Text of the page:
Genre: Vocal Jazz | RAR 3% Rec. | Label: Nippon Phonogram/EmArcy (834 205-2)

In 1956, a year before Miles Ahead, singer Helen Merrill hired the nearly forgotten arranger Gil Evans to write charts for a dozen songs on one of her record dates. In 1987, they had a reunion, and 11 of the 12 numbers (with "Summertime" taking the place of "You're Lucky to Me") were recorded again. Rather than just a re-creation album, this project found Evans writing fresh arrangements, utilizing three very different ten-pieces: one with a woodwind quintet, another with six horns, and a third that included five strings. This inspired outing, one of the most rewarding sets of Helen Merrill's later years, was also one of Evans' last great dates and one of his few post-1972 classics. 57 at the time, Merrill is in superb form on such numbers as "Where Flamingos Fly," "A New Town Is a Blue Town," "By Myself" and "Anyplace I Hang My Hat Is Home."

Helen Merrill Together With Dick Katz - The Feeling Is Mutual (1967)

Posted By: gribovar
Helen Merrill Together With Dick Katz - The Feeling Is Mutual (1967)

Helen Merrill Together With Dick Katz - The Feeling Is Mutual (1967)
EAC Rip | APE (image+.cue+log) - 204 MB | Covers (12 MB) included
Genre: Vocal Jazz | RAR 3% Rec. | Label: Nippon Phonogram/Emarcy (EJD-3021), 1989

This album is the first of two great sessions for Milestone that the pianist Dick Katz arranged for Helen Merrill soon after she returned to New York from a triumphant second career in Japan and Italy. The Feeling Is Mutual is a somewhat darker-hued affair than the gem-like A Shade Of Difference though many of the same fine musicians (Jim Hall, Ron Carter, Thad Jones, Elvin Jones) are on board. Heavily influenced by MJQ leader John Lewis, Katz's carefully calibrated approach is designed to effectively showcase Merrill's vocal artistry. Highlights include "Here's That Rainy Day," a reprise of Billie Holiday's "Don't Explain" from Merrill's still classic 1954 debut, and the magical "Deep In A Dream," which closes the album with the lyrically apt accompaniment of Jim Hall on guitar.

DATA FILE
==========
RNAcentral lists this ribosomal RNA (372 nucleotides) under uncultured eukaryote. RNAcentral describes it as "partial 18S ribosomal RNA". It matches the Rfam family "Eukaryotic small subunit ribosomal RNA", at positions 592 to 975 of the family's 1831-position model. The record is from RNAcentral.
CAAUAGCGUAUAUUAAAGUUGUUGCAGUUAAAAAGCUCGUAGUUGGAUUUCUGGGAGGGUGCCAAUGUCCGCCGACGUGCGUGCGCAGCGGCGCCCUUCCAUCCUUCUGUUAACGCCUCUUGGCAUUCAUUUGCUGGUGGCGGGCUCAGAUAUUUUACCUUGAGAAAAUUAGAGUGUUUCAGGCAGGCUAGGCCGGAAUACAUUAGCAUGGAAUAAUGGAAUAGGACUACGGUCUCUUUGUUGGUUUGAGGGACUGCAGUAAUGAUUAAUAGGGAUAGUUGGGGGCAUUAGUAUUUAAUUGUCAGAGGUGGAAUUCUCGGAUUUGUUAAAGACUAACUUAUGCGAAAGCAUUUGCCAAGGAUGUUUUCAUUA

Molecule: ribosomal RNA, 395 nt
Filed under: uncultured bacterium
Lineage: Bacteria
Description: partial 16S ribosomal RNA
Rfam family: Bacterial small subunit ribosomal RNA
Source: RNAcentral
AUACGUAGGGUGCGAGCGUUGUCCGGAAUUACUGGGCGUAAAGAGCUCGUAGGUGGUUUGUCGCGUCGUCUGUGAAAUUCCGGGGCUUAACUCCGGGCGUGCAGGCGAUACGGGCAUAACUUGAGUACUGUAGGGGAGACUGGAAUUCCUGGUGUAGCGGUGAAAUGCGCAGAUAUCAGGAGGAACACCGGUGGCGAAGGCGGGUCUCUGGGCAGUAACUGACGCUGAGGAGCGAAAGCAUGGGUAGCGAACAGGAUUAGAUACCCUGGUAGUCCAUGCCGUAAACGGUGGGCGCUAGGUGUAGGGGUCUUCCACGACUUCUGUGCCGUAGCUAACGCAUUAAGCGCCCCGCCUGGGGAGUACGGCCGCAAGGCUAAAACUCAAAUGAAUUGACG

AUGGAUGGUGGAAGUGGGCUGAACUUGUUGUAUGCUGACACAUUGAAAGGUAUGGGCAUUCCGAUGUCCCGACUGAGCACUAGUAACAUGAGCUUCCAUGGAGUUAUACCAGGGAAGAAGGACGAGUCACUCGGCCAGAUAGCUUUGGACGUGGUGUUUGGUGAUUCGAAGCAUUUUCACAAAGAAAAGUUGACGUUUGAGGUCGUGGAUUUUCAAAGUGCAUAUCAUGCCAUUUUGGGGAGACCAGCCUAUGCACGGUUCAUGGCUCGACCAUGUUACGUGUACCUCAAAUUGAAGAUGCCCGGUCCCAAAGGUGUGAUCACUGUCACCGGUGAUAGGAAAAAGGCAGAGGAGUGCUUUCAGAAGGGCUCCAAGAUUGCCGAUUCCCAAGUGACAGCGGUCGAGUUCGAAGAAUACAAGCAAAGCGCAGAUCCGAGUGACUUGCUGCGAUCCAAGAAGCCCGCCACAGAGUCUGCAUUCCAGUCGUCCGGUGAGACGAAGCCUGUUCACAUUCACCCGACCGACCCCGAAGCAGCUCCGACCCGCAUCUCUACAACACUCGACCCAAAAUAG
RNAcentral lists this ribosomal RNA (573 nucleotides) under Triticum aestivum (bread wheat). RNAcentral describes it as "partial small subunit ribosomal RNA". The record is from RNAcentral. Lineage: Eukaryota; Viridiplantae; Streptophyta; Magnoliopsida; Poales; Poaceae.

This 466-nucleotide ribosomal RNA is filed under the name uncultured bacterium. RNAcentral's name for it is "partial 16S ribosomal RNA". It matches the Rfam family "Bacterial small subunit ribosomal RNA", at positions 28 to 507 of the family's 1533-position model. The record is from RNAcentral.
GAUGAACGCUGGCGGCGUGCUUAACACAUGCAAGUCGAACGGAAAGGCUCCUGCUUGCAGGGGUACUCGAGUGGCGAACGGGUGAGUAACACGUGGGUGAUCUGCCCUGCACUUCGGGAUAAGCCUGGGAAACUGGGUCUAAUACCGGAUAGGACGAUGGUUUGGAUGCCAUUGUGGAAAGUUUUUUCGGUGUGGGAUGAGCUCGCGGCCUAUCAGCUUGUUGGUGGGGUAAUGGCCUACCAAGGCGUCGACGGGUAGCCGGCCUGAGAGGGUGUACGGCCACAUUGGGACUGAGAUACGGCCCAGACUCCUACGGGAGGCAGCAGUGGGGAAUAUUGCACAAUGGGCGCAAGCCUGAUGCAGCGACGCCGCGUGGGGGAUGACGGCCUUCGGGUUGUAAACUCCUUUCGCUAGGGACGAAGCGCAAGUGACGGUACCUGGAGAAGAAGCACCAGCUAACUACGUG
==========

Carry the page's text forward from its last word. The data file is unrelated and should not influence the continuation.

Helen Merrill - You've Got A Date With The Blues (1959)

Posted By: gribovar
Helen Merrill - You've Got A Date With The Blues (1959)

Helen Merrill - You've Got A Date With The Blues (1959)
EAC Rip | APE (image+.cue+log) - 166 MB | Covers (14 MB) included
Genre: Vocal Jazz | RAR 3% Rec. | Label: Verve (837 936-2), 1987

Helen Merrill dates are always something special. This set for Metrojazz, which has been reissued as a Verve CD, matches the cool-toned yet inwardly heated singer with an all-star sextet arranged by Quincy Jones and featuring solos by trumpeter Kenny Dorham and either Frank Wess or Jerome Richardson on flute and tenor. The repertoire includes versions of "You Go to My Head" and "Just Squeeze Me" sung in French, a couple of numbers by producer Leonard Feather, Duke Ellington's "The Blues From Black, Brown and Beige," and a haunting rendition of "The Thrill Is Gone."

Helen Merrill - Casa Forte (1980) [Japanese Edition 2011]

Posted By: gribovar
Helen Merrill - Casa Forte (1980) [Japanese Edition 2011]

Helen Merrill - Casa Forte (1980) [Japanese Edition 2011]
EAC Rip | FLAC (image+.cue+log) - 243 MB | MP3 CBR 320 kbps (LAME 3.93) - 87 MB | Covers - 57 MB
Genre: Vocal Jazz | RAR 3% Rec. | Label: Ultra-Vibe, Inc. (CDSOL-1409)

Helen Merrill is in top form throughout this 1980 session, backed by pianist Torrie Zito's thoughtful arrangements. Merrill, who improvises like a member of the band, always knows the possibilities within each song she performs and finds a way to make it her own. A good part of the CD includes bossa nova tunes, highlighted by her deliberate lyrical treatment of "Wave" in which Zito is her sole accompanist. Her silken voice is wrapped in strings for the lush takes of "So Many Stars" and "Like a Lover," with Bucky Pizzarelli providing the perfect touch on guitar. "Natural Sounds" is an unjust obscurity, a touching ballad sung by Barbra Streisand in the mid-'60s on a live album, though Merrill handles it with far more finesse. There are also enjoyable renditions of standards like "Too Marvelous for Words" and "Close Enough for Love."